SAN DIEGO (KGTV) - The City Attorney's Office has obtained gun violence restraining orders against 10 San Diegans they say "posed a serious danger to themselves and others."
The orders require the gun owners to surrender or sell all their firearms and not to acquire or possess any firearms or ammunition for one year, which is the maximum length of time allowable by law.
"Our federal government is inexcusably ignoring the growing problem of gun violence in our schools and communities. The City of San Diego will not tolerate federal inaction," City Attorney Mara Elliott said in a release. "We’re doing everything in our power to respond to this epidemic of senseless killing by removing guns from the hands of unstable and irresponsible gun owners."
The cases presented by the office include individuals believed to be suffering from mental health problems:
"A 23-year-old ex-marine who had developed a paranoia that all males wanted to harm him. He had walked into a Kearny Mesa auto parts store with a loaded handgun, but called police before shooting anyone.
A 39-year-old San Carlos man who, while intoxicated (at three times the legal limit), believed he was shooting at raccoons and rats in his backyard. Terrified neighbors called police as bullets flew into their backyards.
A 60-year-old otay mesa man who grabbed a .38 revolver and fled his home after his family discovered he was molesting his grandchild. The man was arrested with the gun in his vehicle.
An 81-year-old man from Carmel Mountain who threatened to shoot his 75-year-old wife and a neighbor because he believed they were having an affair. His wife escaped the house, barefoot, by climbing a fence and running through cactus. His family reported him to be in the early stages of dementia.
A 53-year-old Allied Gardens man with significant mental health issues who used a firecracker to damage a neighbor’s front door. Neighbors called police after hearing what they thought were gun shots coming from his apartment. Officers seized a bayonetted rifle and two illegal high-capacity magazines from his apartment.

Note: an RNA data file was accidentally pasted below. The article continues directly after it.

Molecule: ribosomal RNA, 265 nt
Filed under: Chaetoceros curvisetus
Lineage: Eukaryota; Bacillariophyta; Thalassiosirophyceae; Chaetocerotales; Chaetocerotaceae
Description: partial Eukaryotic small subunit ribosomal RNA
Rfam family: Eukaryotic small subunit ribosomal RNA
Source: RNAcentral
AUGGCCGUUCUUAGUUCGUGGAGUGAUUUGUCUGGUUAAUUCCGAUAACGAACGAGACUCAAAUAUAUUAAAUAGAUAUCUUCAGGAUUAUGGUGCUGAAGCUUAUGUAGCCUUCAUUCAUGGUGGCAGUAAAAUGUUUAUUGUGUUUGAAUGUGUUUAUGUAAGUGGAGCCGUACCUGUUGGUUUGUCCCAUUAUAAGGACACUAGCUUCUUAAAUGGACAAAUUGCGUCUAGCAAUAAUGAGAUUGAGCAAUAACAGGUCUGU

A 38-year-old Allied Gardens man who threatened to kill himself, his wife, and their young child if she left him. His wife had overheard him distraught and crying in the bathroom, and cocking his .40 caliber pistol.
A 28-year-old Mission Valley man who grabbed a gun case and threatened suicide. When his exgirlfriend tried to call for help, he grabbed her by her hair, threw her on the ground, and pushed her head into a wall. Police seized two handguns, two rifles, and a shotgun.
A 33-year-old Mid-City man who locked his wife in a car with him, threatening her with a loaded firearm. When the San Diego Police Department arrived on the scene and searched the car, they found a meth pipe along with two loaded firearms that did not belong to him. He later surrendered a Glock 9mm and a .380 handgun.
A 35-year-old Allied Gardens man with a small arsenal and a history of domestic violence, whose wife suffered a serious laceration to her forehead and feared he might kill her. The man owned a 9mm pistol, a mosquito semi-automatic pistol, a Ruger .22, a Springfield .40 caliber pistol, a Ruger rifle, a Mossberg shotgun, and an unmarked handgun.
A 40-year-old La Jolla man who told his fiancé by text message that he wanted to shoot her in the head, then visited his fiancé’s ex-boyfriend and threatened to kill him while holding a knife behind his back. The man surrendered a handgun and an AR-15, the semi-automatic rifle."
California state law allows family members, housemates, and officers may petition to have a person's access to firearms denied if they pose a danger to themselves or others. Courts may also grant an extension of the order if they find it appropriate.
A spokesperson for San Diego County Gun Owners, a pro-gun group, said they had no comment on the law.
10News is reaching out to the local NRA chapter for comment.